Providing HIV drug cocktails to people in their homes can cut Aids-related deaths substantially in poor, rural areas of Africa, researchers said.
A study in Uganda showed that hiring local health workers to help people stick to a strict regimen of drugs cut the number of Aids deaths by more than 90 percent.
"These results were achieved even though no routine clinic visits were scheduled after initial enrolment, and home visits were provided by trained lay providers," Jonathan Mermin, a researcher at the US Centres for Disease Control and Prevention, and colleagues wrote in the journal Lancet.
Drug cocktails called highly active antiretroviral therapy, or HAART, can keep people healthy for years even if they never eradicate the AIDS virus, which infects more than 20 million people in Africa.
No need to visit clinic
The treatment is increasingly available in the region, but patients need to follow medication instructions and require constant monitoring. This can prove difficult for people in poor areas where health clinics are far away, Mermin said.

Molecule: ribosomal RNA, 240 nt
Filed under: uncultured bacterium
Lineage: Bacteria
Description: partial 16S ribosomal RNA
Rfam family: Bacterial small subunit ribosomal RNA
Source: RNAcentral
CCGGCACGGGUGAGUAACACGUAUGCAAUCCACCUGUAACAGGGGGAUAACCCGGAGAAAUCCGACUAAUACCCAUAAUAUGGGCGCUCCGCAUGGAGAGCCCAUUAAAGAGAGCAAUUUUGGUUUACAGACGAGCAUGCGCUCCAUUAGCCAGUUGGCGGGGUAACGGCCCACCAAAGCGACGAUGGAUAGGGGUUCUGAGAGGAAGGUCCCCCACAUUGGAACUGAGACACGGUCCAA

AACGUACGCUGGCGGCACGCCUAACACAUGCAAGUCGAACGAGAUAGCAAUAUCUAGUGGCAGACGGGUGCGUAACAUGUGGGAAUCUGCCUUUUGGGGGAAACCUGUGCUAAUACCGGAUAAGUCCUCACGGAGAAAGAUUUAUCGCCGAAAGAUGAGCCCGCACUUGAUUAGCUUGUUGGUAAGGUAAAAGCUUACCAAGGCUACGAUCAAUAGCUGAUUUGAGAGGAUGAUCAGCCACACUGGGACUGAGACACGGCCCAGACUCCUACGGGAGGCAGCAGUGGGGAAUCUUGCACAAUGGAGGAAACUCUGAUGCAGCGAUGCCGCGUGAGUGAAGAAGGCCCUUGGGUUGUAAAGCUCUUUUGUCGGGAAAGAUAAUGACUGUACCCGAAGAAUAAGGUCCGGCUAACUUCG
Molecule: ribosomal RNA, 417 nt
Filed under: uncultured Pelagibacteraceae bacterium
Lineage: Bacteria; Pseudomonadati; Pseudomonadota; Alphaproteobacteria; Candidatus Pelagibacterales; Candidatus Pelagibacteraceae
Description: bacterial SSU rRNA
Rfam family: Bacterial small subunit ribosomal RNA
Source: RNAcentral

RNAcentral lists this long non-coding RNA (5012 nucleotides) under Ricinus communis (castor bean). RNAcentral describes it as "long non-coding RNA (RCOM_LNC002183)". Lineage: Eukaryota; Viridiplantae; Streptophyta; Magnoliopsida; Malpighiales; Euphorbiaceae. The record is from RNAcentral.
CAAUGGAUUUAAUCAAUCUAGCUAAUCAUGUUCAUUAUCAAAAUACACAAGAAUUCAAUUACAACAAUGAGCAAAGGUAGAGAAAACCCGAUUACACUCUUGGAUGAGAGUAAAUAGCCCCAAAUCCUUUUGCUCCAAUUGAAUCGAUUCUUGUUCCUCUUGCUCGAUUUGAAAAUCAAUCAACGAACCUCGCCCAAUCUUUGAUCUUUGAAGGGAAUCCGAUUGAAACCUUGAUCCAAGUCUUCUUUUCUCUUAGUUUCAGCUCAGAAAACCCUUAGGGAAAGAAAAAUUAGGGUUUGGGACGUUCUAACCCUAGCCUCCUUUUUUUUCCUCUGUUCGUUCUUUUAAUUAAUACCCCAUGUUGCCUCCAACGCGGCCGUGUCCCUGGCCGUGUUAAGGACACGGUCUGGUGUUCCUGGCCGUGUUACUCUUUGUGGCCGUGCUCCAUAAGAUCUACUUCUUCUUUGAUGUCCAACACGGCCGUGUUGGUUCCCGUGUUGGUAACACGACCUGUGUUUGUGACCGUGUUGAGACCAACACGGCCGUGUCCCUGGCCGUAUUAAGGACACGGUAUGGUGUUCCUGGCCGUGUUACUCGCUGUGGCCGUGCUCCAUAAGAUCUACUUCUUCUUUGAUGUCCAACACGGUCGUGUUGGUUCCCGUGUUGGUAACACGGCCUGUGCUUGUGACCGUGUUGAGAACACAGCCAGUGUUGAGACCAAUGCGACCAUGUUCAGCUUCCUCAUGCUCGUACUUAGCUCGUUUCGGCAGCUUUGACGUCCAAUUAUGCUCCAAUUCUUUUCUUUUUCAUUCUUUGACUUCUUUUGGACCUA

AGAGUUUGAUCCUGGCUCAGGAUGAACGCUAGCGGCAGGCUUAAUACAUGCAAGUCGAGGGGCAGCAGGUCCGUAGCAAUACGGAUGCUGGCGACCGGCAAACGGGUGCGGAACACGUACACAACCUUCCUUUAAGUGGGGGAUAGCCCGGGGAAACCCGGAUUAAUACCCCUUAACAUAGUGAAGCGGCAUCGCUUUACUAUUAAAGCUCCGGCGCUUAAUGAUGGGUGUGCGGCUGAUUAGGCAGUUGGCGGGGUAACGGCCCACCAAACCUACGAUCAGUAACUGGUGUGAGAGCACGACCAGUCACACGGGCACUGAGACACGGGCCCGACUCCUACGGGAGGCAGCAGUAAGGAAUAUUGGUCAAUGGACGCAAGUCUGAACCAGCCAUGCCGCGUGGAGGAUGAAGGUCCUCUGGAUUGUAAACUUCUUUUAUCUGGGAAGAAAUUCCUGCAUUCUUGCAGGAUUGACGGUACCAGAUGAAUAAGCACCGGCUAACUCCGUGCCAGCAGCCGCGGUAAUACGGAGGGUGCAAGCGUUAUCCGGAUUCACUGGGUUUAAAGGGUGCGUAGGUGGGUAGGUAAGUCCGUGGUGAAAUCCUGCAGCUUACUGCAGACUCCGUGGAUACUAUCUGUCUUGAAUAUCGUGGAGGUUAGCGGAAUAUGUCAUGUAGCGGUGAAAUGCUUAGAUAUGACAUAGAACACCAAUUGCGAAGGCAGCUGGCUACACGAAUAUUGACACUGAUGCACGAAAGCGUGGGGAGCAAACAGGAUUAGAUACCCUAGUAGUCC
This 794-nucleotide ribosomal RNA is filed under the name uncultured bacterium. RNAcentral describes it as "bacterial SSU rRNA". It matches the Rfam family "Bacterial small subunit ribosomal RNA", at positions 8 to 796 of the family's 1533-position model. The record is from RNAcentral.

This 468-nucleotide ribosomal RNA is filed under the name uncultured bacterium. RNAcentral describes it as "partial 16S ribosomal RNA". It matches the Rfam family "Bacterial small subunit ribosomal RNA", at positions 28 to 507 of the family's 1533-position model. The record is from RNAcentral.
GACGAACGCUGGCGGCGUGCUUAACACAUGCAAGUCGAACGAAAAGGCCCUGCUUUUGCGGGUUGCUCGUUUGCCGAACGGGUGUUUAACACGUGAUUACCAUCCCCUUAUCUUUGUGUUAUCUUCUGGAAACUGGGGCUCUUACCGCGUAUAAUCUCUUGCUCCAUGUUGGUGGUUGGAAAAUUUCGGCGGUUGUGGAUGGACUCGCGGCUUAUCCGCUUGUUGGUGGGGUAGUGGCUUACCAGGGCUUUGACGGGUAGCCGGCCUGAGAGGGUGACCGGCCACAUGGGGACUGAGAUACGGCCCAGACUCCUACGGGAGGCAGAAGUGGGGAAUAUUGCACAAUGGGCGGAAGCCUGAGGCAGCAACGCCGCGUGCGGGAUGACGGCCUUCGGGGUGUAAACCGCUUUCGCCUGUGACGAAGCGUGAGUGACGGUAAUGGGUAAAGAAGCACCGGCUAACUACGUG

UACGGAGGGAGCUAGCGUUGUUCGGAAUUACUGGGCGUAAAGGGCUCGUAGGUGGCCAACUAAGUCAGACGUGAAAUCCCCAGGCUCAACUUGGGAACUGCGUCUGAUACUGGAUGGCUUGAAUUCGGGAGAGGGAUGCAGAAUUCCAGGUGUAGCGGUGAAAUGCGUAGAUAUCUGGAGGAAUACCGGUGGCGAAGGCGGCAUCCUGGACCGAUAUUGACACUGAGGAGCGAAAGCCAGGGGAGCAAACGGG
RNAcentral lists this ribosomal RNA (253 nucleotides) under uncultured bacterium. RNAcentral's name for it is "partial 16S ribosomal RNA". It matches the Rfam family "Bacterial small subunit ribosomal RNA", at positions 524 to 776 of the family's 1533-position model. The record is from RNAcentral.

"We wanted to find a way where people could avoid going to the health clinic," Mermin, who is based in Kenya, said in a telephone interview.
The researchers hired local health workers and taught them skills such as administering the drugs and conducting HIV tests. Weekly visits helped identify people unaware they were infected and got them on the life-extending drugs, Mermin said.
Deaths of people on antibiotics and the HIV drugs fell 95 percent, the study found.
The number of orphans dropped 93 percent and deaths of children under 10 dropped 81 percent, the researchers said.
The home visits were also linked to a large reduction in deaths of children who did not have HIV, a finding that suggests getting people on to the drugs benefits the entire family, Mermin said.
"It worked incredibly well," Mermin said. "We had some of the highest adherence rates ever recorded."
More than 33 million people globally are infected with HIV which is incurable. There is no vaccine and drugs that can help control the infection do not stop its spread and are not available to most people. - (Michael Kahn/Reuters Health)
New discovery in HIV fight